Brothers Doing Better (while carrying the Black Lives Matter banner) marched with over 40 different community schools and organizations to honor the most iconic abolitionist of all time Harriet Tubman on March 7th 2020.
After the parade community members came together at the Frank E. Merriweather, Jr. Branch. Library for presentations, skits, poems, musical performances, and speeches meant to honor the life and legacy of Harriet Tubman.
In fact one of the speakers at this first ever Harriet Tubman day parade and celebration was our brother and comrade Andy Canizares speaking on behalf of BDB. A transcript of Andy’s speech titled “Why We Still Fight Harriet Tubman’s Fight In Abolition” can be found at the bottom of this page. And video of the speech can of course be found on our social media site https://www.facebook.com/Brothersdoingbetter.
We Still Fight Harriet Tubman’s Fight in Abolition
By Andy Canizares
Harriet Tubman is a prime example of a leader who fights for what is right, not what is necessarily legal. Born into bondage, she was dealt with the inhumane and legal economic system of chattel slavery in the United States of America. Black Americans were legally recognized as property of White slaveowners who could do as they pleased with them—it was a system Harriet Tubman knew was incongruent with freedom and respect for the humanity of herself and her family. And so, she became a prominent abolitionist and risked her life to lead her family and hundreds of slaves from this legal plantation system to freedom.
After the Fugitive Slave Act of 1850 passed, legalizing the ability for White slaveowners to hunt down Black Americans escaping to freedom, Harriet Tubman amplified her efforts in helping fugitives escape by guiding them farther north into Canada through the Underground Railroad. She helped plan the 1859 raid on Harpers Ferry to spark a slave revolt. Harriet Tubman’s fight for the freedom of Black slaves in her day led to slaveowners labeling her as a terrorist and posting a $40,000 reward for her capture or death. But do we remember Harriet Tubman today as a terrorist, or a freedom fighter dismantling the wicked and cruel system for profit known as chattel slavery?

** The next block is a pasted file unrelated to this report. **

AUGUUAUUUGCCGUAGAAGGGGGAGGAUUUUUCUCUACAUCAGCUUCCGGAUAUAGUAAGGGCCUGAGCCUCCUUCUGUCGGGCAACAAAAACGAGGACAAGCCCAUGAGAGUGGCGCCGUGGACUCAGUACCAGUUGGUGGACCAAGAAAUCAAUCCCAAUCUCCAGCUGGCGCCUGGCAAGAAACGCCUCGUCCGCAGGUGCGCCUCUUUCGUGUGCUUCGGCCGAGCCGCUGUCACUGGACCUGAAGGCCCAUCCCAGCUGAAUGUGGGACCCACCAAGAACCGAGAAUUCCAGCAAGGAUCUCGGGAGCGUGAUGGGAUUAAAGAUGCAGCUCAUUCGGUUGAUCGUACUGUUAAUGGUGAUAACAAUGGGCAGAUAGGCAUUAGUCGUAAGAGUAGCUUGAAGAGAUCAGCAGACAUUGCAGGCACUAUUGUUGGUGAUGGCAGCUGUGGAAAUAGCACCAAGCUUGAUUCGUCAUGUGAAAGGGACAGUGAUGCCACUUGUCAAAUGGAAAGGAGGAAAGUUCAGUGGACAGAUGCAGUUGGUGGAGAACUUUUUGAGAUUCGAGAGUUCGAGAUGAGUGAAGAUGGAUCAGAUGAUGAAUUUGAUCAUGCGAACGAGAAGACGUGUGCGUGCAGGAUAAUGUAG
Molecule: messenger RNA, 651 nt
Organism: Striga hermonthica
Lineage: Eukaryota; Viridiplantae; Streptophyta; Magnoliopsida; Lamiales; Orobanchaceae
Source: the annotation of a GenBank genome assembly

Her fight to abolish the exploitation of Black bodies in the 19th century is still our fight in the 21st century. The prison-industrial complex is our modern wicked for-profit system that exploits Black and Brown bodies. Today we see militant policing and criminalization of Black and Brown communities that funnel our family, friends, and neighbors into the prison system. We then see state authorities extracting prison labor from those same people for 14 cents per hour.
The democracy we wish to live in cannot be built on the backs of prison labor, and Abolitionists today are against this modern slavery and to close the repugnant prisons that exploit Black and Brown bodies. For us to dismantle the prison-industrial complex, abolitionists build the capacity of our communities so we wouldn’t need prisons in the future. Will we remember our modern-day abolitionists fondly the same we do for Harriet Tubman?
Prison abolitionist Mariame Kaba said, “As humans we will always harm each other. Harm is inevitable. But the work is committing ourselves to not repeating the same harms.” I ask you to join our community groups, Black Love Resists in the Rust and Brothers Doing Better, who explore paths of healing for our communities and practice ways of holding each other accountable without relying on prison systems. Brothers Doing Better, a group for men and masculine identifying people of color, is having our next meeting on the 20th of the month at 5:00 p.m. at 345 West Ferry. Please come and join our efforts to heal each other and resist violent carceral systems.